If you are using tax software, you will probably have to go to the Principal Residence Designation Worksheet and tick the box that asks "Was this your principal residence for all the years since acquisition?" And, perhaps depending on the software, you may have to enter the proceeds of disposition on that worksheet in order for the information that it was your principal residence to flow through to the bottom of Schedule 3 Line 17900 (line 179 prior to 2019). Do not enter the proceeds and ACB on Schedule 3. If your entire gain is not eliminated by the Principal Residence Exemption, then both the proceeds and cost must be entered on the worksheet, and this will flow through to Schedule 3.
If there is more than one owner, each will report the sale on Schedule 3 and the T2091, using only their share of the proceeds and cost basis when this information is required. For instance, when a home is owned jointly by a couple and each owns 50%, each will report 50% of the proceeds on Schedule 3 or the T2091, depending on the taxation year, and depending on whether this information is required.
For the 2016 taxation year, Form T2091 only had to be filed if your home was not your principal residence for the whole time that you owned it. This form requires input of the proceeds, adjusted cost base, outlays and expenses related to the sale, and other information required to calculate the capital gain.
taxation years prior to 2016, Folio S1-F3-C2
paragraph 2.15 indicates that the T2091 must be filed if:
The principal residence exemption calculation formula is:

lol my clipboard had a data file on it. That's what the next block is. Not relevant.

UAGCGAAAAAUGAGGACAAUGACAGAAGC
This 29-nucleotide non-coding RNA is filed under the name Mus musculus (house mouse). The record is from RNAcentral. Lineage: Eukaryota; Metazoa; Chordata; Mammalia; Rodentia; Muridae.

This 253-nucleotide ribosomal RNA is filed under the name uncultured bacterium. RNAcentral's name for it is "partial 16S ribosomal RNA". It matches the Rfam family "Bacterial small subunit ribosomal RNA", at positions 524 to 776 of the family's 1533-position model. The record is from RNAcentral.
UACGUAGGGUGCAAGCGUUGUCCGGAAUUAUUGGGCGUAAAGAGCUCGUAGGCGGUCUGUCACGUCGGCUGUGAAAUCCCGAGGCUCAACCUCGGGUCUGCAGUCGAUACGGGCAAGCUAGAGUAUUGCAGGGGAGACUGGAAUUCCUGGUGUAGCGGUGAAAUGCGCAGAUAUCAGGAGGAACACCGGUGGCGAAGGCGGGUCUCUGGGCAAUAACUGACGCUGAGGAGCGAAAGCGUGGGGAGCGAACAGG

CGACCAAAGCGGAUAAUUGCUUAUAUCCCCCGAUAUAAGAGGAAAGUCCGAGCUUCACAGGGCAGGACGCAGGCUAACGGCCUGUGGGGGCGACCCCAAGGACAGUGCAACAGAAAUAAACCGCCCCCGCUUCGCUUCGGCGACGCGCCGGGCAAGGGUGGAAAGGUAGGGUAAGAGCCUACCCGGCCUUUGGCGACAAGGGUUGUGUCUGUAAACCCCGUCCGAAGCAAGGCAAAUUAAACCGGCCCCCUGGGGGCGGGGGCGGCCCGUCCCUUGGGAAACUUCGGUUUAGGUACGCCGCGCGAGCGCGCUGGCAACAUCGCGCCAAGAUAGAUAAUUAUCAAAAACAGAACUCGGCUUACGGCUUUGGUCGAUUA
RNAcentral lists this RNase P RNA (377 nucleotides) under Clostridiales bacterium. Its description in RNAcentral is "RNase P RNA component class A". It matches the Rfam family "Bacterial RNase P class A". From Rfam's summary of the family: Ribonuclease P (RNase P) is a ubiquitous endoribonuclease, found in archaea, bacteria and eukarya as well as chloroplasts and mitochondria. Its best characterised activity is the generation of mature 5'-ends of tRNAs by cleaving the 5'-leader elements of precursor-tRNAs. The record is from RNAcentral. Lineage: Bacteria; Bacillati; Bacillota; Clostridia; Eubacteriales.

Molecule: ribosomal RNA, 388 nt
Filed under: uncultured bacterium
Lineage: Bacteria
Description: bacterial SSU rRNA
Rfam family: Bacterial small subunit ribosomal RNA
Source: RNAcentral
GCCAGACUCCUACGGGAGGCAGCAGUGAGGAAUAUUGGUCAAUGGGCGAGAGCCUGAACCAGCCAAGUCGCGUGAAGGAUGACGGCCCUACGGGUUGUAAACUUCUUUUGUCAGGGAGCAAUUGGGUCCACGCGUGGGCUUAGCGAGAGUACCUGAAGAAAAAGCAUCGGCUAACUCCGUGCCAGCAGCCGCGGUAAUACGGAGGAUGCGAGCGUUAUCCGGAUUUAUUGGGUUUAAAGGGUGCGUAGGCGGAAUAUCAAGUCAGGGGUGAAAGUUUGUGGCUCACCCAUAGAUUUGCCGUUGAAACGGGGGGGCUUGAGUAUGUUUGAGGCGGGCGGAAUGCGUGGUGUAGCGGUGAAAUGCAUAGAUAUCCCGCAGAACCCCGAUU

(# of years home is principal residence +
1) x capital gain
The extra year in the top of the equation (the "one-plus rule") means that when a person moves, both the old home and the new home will be treated as a principal residence in the year of the move, even though only one of them can actually be designated as such for that year. For dispositions occurring after October 3, 2016, the "one-plus" factor applies only where the taxpayer is resident in Canada during the year in which they acquire the property. On Schedule 3 of the 2016 tax return, in the section titled "Principal Residence Designation", you can tick #1 to designate the property to have been your principal residence for all the years owned. If you sold your principal residence in 2016 and purchased another one, by ticking #1 you are designating the property as your principal residence for all years including the year of sale (or for all years except one year), and you will not have to complete Form T2091(IND) - but for the 2017 and later taxation years the T2091 still must be completed. CRA indicates that you should keep your decision in writing for future reference, especially for when property #2 is sold. See Disposing of your principal residence on the CRA website for more information.
Example of principal residence exemption calculation:
The exemption amount is (14 + 1)/20 x 100,000 = $75,000, leaving a capital gain of $25,000, and a taxable capital gain (50%) of $12,500.
Example of principal residence exemption calculation when 2 homes owned:
The exemption amount when the 1st home is sold is (8 + 1)/13 x $100,000 = $69,231, leaving capital gain of $30,769.
The exemption amount when the 2nd home is sold is (7 + 1)/8 x $150,000 = $150,000, leaving no capital gain.